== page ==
The Kings Mountain hiking trail known as Cardio Hill overlooks a rainwater-filled crater the size of a lake, but the rocky terrain about 30 miles west of Charlotte is now one of the most expensive real estate in the United States.
Underneath that land is a mine that has been dormant since the 1980s and is believed to contain one of the country’s largest deposits of lithium, a crucial element in the batteries needed to power electric cars.
Albemarle, the world’s largest lithium producer, is trying to revive the mine and benefit from the Biden administration’s efforts to develop the local electric car industry. It’s just one of several projects underway in North Carolina, where companies are racing to obtain permits for billions of dollars in lithium investments, in part to try to take advantage of lucrative incentives included in President Biden’s new climate law.
On Thursday, Treasury Secretary Janet L. Yellen is in North Carolina to visit Livent, a lithium hydroxide processor that currently sources lithium from Canada and Argentina. The company expanded its factory in Bessemer, North Carolina, and increased its manufacturing capacity there by 50%, a decision it attributed to the Inflation Reduction Act, which includes tax incentives for American-made electric cars.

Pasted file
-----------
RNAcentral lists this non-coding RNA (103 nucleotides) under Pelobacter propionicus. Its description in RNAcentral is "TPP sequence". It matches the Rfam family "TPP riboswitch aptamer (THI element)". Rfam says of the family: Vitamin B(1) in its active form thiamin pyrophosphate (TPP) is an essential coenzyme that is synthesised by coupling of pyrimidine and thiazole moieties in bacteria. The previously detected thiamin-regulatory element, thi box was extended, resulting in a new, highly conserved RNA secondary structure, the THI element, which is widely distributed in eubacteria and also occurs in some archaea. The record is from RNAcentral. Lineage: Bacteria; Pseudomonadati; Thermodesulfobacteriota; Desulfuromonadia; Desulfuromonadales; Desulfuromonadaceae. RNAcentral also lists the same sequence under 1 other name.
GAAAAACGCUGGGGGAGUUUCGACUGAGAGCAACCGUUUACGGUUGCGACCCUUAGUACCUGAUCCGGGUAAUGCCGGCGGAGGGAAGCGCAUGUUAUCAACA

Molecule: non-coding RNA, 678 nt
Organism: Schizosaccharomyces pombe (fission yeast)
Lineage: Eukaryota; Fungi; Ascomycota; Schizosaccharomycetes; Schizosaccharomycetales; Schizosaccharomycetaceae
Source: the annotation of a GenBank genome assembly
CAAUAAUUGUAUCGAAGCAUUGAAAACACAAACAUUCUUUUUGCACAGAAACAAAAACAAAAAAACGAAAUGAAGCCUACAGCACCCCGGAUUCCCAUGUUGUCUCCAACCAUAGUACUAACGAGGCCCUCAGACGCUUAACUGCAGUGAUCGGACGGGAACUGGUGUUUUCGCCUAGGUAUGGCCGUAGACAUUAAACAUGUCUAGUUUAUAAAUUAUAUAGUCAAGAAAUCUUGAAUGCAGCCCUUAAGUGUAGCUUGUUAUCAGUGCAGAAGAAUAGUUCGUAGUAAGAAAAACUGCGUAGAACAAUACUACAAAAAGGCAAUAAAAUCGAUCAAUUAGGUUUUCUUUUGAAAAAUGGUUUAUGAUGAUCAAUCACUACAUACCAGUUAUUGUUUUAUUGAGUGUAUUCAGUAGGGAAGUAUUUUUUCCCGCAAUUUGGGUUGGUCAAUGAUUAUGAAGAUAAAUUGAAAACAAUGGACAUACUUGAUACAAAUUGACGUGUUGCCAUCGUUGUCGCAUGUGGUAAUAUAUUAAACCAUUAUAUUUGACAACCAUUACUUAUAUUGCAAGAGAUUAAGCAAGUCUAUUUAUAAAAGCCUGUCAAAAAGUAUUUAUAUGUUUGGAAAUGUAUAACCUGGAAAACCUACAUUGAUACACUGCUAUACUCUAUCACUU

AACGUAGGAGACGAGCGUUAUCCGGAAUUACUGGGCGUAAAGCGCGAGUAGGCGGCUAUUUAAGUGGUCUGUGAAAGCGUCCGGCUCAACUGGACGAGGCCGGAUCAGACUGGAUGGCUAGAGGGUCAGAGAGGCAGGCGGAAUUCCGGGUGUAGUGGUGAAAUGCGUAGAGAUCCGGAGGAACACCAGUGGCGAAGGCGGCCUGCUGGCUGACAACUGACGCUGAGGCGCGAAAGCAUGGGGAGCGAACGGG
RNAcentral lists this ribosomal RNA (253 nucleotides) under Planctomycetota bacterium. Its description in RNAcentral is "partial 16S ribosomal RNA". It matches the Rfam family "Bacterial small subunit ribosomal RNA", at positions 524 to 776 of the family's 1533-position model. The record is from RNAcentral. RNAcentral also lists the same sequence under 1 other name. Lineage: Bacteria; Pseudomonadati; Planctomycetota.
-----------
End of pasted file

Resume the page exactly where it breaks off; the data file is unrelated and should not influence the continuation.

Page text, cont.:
Ms. Yellen said during her tour that the United States is making progress in reducing its dependence on China through its energy initiatives.
“Key supply chains in areas such as clean energy are overly concentrated in China, in part due to decades of unfair market practices,” Yellen said. “With massive increases in domestic manufacturing capacity, our country will become less dependent on other countries for the inputs we need and we will make great strides toward energy security.”
Ms. Yellen suggested that investments like those in North Carolina would reduce energy costs and bring higher wages to low-income communities.
However, not everyone in this state welcomes the revival of lithium mining. Neighbors of the proposed mine projects have tried to derail plans to start drilling by raising concerns about pollution, soil erosion and the release of toxic chemicals, such as arsenic, that could contaminate local water supplies. Some environmental experts warn that promoters of lithium as a green energy solution are ignoring how carbon-intensive extracting the material is, comparing it to crushing or mining coal.
“The real truth is that lithium extraction impacts the environment tremendously,” said Marco Tedesco, a research professor at Columbia University’s Lamont-Doherty Earth Observatory.